Here is the big coincidence. My next door neighbor is Mike Kelley (ex-columnist for the AAS). I mentioned that I had just read some of your writings on your website and that I saw you had graduated from SWT(or "THE" Texas State University as it is now known) I knew that Mike had taught a few classes there and asked him if he knew you. Of course, he said yes and then said that we had just talked with an old collegue of yours. Just last week, Mike had a visit from an old friend who is also now a friend (read drinking buddy) of mine, Dana. I saw on your bio that you had worked for the Highlander and Mike reminded me that Dana had also worked there.
       So it's a small world. I am a big fan of road trips so reading your unique slant on travels thru Texas was right up my alley. Since I had spent a LOT of time in Freddy, I have spent a LOT of time driving the backroads of Central Texas (read really bored in Freddy, had a dad who was a "rock" geologist, like to drive and stop for a cold beer, etc.) Anyway, maybe we'll meet someday for a cold beer ( And yes, I do know where Fuzzy's Corner is--I turned 21 in it and several other joints on that strip)  See you and thanks for the writings, -- Jim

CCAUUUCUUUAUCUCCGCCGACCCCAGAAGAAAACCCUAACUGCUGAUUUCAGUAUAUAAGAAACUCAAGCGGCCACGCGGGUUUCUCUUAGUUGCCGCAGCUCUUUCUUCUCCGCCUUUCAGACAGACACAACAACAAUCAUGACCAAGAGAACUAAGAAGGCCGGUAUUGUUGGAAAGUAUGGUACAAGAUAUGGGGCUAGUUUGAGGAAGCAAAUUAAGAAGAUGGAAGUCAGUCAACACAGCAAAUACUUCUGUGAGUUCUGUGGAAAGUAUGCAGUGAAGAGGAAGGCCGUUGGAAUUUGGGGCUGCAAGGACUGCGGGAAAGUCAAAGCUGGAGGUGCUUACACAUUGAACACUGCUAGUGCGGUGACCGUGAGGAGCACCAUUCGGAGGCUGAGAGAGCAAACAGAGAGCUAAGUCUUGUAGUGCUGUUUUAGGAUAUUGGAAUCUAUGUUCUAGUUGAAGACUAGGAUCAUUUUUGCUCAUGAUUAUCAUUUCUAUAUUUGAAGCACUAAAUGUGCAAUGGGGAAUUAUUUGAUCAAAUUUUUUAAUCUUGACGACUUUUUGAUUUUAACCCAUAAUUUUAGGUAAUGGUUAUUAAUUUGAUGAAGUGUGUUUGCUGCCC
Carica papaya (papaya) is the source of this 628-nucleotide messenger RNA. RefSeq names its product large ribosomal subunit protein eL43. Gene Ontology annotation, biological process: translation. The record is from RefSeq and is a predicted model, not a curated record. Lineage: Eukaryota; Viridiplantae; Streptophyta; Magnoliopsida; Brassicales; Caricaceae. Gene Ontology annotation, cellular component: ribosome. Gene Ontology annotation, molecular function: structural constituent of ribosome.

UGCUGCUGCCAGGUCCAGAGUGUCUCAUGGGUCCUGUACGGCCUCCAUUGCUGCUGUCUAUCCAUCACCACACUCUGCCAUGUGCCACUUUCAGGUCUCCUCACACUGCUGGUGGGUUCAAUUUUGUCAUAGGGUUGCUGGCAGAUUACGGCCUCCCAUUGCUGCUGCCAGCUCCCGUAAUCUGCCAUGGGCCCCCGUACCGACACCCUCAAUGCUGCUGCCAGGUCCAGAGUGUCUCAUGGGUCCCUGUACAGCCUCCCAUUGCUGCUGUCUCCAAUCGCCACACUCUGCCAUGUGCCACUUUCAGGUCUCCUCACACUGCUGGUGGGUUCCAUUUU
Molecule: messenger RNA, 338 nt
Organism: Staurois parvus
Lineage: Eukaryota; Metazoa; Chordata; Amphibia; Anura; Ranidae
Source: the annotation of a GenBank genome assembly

[Small world indeed. Velanne and I went to SWT together and met up again during her tenure at Luckenbach. My Mom and Dad retired in Granite Shoals as well, and Mike Kelley was out at my place on the Whitman Ranch in Burnet County when I worked at The Highlander newspaper with Dana.  In fact, Dana and I worked on a story for The Highlander that won second place for Enviornmental Coverage from the National Newspaper Association.   ...About that cold beer, my favorite spots apart from Fuzzy's Corner are the Granite-O-Bar in Llano and Knot in the Loop just off HWY 16 to Willow City.  Call and most likely I can be there (325-247-3260)  --Ira]